A Discussion of Nouns

I was driving two eight-year-old girls home from drama camp today, and the conversation turned to nouns. I wish more eight year olds really fleshed out the ins and outs on nouns. Here is a dramatization: Girl 1 (mid-conversation): So they weren’t able to salvage anything from their house. Girl 2: Oh. Girl 1 (slightly…

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The Adventures of Hungryman and Hamburger

I want to showcase the artistic talents of my sister-in-law with a little sampling of her cartoon–never before seen by the public–The Adventures of Hungryman and Hamburger. (Synopsis: Hungryman loves Hamburgers. He is hungry, dedicated, and ingenious.) This doesn’t really have much to do with a Depression-era novel about the mystery of a baby thrown down…

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Meet the Schnoodle

I’m the first person to say that being a novelist is a great gig. People pay you to make up stories–what could be a better job than that? But here’s the negative:  the frequent and extended periods of waiting. You turn in a draft to editors…and then you wait for a month or two or three…

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Why I Don’t Watch Saw Movies

A few days after I read The Girl with the Dragon Tattoo by Stieg Larsson, I came across an article by Nicholas Kristof  in the New York Times suggesting maybe the book would help raise awareness of human trafficking. And there is certainly some human trafficking in the novel, along with rape and horrific sexual…

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Deleted Scene

Occasionally people ask me how the editing process worked for The Well and the Mine–how much did I have to change or cut or add. They expect me to say it was miserable. The truth is that it was an all-around pleasant process–my editor, Kate Sage, had a great eye and ear. I don’t think I disagreed…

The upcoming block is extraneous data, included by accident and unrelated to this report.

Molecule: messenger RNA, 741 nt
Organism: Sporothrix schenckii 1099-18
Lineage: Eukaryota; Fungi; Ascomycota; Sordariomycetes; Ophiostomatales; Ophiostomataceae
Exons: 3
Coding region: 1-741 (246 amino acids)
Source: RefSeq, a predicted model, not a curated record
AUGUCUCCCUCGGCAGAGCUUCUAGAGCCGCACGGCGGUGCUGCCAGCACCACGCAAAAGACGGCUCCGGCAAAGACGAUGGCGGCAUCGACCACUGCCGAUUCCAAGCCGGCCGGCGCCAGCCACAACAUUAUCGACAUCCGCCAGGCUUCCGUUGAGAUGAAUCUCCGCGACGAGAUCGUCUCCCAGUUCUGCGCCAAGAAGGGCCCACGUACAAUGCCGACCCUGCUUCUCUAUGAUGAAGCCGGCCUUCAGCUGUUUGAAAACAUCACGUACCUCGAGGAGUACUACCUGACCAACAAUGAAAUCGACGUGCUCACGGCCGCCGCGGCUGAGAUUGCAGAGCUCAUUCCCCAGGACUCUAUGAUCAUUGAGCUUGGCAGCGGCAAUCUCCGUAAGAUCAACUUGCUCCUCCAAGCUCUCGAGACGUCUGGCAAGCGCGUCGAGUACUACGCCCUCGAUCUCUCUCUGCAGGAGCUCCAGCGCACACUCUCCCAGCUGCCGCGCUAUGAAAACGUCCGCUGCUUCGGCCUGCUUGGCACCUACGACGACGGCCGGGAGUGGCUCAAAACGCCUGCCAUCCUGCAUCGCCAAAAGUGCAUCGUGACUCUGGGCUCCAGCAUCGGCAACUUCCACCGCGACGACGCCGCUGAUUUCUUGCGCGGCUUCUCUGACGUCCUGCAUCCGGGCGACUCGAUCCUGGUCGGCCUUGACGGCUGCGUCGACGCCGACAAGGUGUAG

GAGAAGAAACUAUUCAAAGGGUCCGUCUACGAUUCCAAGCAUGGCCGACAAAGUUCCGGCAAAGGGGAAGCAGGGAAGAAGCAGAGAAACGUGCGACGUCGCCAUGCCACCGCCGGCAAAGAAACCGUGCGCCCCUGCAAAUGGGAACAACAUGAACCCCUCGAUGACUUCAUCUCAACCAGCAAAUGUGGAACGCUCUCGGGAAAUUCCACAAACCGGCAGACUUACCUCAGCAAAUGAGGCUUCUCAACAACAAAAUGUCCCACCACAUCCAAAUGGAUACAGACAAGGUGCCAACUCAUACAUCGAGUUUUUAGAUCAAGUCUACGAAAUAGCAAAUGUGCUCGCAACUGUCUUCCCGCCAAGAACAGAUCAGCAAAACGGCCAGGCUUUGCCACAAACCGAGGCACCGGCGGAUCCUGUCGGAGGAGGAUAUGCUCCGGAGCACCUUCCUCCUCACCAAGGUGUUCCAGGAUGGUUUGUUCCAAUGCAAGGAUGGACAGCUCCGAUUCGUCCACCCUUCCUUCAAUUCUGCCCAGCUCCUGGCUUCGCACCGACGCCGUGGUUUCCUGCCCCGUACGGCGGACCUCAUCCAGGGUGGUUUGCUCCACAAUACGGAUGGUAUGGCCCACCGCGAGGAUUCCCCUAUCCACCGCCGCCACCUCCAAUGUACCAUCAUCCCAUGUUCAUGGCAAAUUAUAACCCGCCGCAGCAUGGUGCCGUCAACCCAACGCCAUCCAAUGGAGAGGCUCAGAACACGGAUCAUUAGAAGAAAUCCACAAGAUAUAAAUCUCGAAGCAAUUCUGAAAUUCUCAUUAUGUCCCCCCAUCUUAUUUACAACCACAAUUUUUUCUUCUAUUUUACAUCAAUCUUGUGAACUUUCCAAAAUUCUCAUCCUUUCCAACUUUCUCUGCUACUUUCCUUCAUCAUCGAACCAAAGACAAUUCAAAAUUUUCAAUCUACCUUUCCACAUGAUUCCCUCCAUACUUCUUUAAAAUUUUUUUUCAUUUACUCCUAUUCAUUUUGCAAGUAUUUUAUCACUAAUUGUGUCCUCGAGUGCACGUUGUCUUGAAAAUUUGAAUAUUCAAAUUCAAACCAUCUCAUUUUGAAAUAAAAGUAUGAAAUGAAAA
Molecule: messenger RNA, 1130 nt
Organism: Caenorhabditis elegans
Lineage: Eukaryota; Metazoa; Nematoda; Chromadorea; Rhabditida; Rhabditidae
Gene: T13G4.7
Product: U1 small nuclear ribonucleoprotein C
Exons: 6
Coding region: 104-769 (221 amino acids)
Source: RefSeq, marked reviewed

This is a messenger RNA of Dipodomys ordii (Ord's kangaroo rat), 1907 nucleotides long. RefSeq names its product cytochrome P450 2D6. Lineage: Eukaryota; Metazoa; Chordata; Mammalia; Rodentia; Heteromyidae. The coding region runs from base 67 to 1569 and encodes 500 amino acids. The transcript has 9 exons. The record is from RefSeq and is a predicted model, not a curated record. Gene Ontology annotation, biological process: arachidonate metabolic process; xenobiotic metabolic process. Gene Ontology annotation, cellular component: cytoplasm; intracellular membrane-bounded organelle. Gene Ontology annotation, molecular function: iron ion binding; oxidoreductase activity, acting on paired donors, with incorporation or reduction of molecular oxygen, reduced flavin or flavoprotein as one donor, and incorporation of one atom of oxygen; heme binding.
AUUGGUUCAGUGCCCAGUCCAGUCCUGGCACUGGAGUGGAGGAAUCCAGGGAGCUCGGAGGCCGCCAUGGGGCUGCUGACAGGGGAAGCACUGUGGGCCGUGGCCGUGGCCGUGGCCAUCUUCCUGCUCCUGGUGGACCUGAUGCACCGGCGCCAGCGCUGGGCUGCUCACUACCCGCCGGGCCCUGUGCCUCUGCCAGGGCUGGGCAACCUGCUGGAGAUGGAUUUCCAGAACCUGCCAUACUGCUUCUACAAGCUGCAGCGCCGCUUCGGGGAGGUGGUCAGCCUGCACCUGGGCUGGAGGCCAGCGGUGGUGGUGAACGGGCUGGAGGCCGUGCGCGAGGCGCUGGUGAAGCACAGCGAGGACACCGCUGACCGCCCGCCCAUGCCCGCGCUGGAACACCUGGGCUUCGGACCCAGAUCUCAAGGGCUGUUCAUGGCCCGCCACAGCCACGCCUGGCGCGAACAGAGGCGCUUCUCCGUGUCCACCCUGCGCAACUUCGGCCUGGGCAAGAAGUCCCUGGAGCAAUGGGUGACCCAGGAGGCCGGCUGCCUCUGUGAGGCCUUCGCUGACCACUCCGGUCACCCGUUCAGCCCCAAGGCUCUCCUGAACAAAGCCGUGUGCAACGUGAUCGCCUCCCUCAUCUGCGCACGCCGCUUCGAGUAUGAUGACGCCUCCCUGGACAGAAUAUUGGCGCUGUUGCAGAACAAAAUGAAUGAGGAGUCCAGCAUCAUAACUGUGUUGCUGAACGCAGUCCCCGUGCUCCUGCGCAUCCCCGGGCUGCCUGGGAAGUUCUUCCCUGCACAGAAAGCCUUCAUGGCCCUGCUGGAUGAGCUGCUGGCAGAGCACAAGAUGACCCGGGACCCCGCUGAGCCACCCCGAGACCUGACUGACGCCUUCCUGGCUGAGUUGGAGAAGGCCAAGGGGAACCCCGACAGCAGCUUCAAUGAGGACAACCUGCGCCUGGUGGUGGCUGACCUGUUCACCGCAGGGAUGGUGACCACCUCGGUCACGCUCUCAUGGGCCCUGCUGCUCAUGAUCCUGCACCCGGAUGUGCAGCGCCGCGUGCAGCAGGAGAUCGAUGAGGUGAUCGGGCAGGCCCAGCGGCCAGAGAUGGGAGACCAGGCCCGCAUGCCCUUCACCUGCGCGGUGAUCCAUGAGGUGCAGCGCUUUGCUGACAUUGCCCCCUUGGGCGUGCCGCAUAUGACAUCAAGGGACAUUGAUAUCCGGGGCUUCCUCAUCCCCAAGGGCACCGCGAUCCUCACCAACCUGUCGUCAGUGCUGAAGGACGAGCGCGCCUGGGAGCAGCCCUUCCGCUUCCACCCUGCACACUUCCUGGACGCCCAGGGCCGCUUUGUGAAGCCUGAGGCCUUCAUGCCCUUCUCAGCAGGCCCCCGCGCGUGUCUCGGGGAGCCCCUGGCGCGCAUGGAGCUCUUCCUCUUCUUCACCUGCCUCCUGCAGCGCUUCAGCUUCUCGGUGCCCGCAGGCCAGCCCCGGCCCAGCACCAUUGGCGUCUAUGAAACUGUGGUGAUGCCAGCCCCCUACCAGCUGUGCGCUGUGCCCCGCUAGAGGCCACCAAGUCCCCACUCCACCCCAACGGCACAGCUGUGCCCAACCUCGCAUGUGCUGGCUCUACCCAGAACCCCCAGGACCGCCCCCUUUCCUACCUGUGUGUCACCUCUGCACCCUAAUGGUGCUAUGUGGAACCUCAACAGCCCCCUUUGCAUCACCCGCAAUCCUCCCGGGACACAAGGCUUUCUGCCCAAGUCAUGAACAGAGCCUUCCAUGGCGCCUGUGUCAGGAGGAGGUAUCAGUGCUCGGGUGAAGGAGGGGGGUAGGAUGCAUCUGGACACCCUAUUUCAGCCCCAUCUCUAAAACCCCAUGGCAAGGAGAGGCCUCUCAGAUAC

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Back Home

Back in Birmingham now, and although I still feel a little fuzzy-brained, jet lag hasn’t been too bad. A long time ago I read something saying that jet lag was largely about dehydration, and I started chugging water before, after, and during flights. And–whether the dehydration thing is true or it’s all in my head–I…

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A Traveling Manifesto

I went for a run around the gardens yesterday, listening to sparrows chirping and pigeons cooing (I like to think of it as doves cooing, but let’s face it—they’re pigeons.) Children were sailing boats in the largest fountain; they seemed to be directing them with bamboo sticks, but the mechnics were mysterious. I found a shaded…

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At Luxembourg Gardens

So far, in the middle of museums and cafes and endless walking, my most euphoric moments in Paris have been sitting in the Luxembourg Gardens reading. Along with benches, the park has hundreds of moveable chairs scattered throughout the paths, so you can grab a seat and situate yourself whereever you like. Yesterday the sparrows…

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Falling Rice in Paris

Arrived in Paris, Gare de Lyon, by idTGV train yesterday.  We’re in a great apartment—fairly small like a New York apartment. But it’s perfect for our stay: homey and warm with great hardwood floors and a balcony overlooking the Pantheon. Sylvie, who owns the place, was a friendly woman who seemed to prefer to think of us…

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Where Coffee Wears Hats

Switzerland has the most amazing rest stops in the history of the world. On Wednesday we drove from Lausanne, through Italy and along the coast, to Villefranche-sur-mer on the Riviera. And the most awe-inspiring thing about the trip was possibly a rest stop about an hour from the Italian-Swiss border. It was called the Rest…

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